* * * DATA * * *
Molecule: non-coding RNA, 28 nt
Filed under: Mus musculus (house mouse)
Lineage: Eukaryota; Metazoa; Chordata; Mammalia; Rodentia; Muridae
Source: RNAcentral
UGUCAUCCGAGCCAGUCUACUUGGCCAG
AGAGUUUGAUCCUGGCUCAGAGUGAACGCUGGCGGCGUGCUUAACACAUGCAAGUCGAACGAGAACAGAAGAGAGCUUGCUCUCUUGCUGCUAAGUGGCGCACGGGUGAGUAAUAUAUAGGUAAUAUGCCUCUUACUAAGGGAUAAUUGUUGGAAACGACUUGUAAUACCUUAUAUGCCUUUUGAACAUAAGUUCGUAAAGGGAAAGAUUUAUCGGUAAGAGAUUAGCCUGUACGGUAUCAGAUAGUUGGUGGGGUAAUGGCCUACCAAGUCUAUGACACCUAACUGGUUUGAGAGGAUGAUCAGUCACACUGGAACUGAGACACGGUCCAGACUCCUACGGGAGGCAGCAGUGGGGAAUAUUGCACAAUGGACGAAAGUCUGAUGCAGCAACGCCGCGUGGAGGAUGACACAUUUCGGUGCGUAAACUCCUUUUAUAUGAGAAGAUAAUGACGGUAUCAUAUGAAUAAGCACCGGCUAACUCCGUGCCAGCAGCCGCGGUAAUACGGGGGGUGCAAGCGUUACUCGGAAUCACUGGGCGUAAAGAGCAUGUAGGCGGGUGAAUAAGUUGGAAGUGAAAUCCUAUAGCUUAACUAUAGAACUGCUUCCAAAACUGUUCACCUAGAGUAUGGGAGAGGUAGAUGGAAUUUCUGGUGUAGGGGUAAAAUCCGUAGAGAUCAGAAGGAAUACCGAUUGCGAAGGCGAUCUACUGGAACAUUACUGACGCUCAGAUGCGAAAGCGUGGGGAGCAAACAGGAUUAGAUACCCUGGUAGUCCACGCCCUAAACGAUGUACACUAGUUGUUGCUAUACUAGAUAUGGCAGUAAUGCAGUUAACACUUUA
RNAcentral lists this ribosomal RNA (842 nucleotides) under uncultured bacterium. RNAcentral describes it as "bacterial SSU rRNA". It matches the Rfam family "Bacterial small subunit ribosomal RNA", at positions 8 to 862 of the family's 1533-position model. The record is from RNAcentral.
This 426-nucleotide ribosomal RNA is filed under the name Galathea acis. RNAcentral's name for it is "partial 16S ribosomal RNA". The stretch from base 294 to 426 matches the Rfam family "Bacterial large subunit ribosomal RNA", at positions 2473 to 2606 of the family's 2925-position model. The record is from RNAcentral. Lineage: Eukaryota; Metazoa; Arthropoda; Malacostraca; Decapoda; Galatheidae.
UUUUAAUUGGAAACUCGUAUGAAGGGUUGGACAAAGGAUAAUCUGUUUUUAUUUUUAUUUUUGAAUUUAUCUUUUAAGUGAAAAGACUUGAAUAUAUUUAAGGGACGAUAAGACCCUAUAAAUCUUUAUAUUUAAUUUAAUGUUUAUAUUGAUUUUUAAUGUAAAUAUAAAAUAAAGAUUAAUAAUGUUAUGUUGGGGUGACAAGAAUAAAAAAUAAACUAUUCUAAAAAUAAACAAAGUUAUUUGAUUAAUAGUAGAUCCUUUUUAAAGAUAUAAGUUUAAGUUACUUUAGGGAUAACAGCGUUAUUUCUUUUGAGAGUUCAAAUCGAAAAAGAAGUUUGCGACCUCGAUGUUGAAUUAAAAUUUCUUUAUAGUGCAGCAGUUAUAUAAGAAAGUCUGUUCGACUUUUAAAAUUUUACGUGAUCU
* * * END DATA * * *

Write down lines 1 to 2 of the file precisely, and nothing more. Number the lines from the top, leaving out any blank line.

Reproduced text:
Molecule: non-coding RNA, 28 nt
Filed under: Mus musculus (house mouse)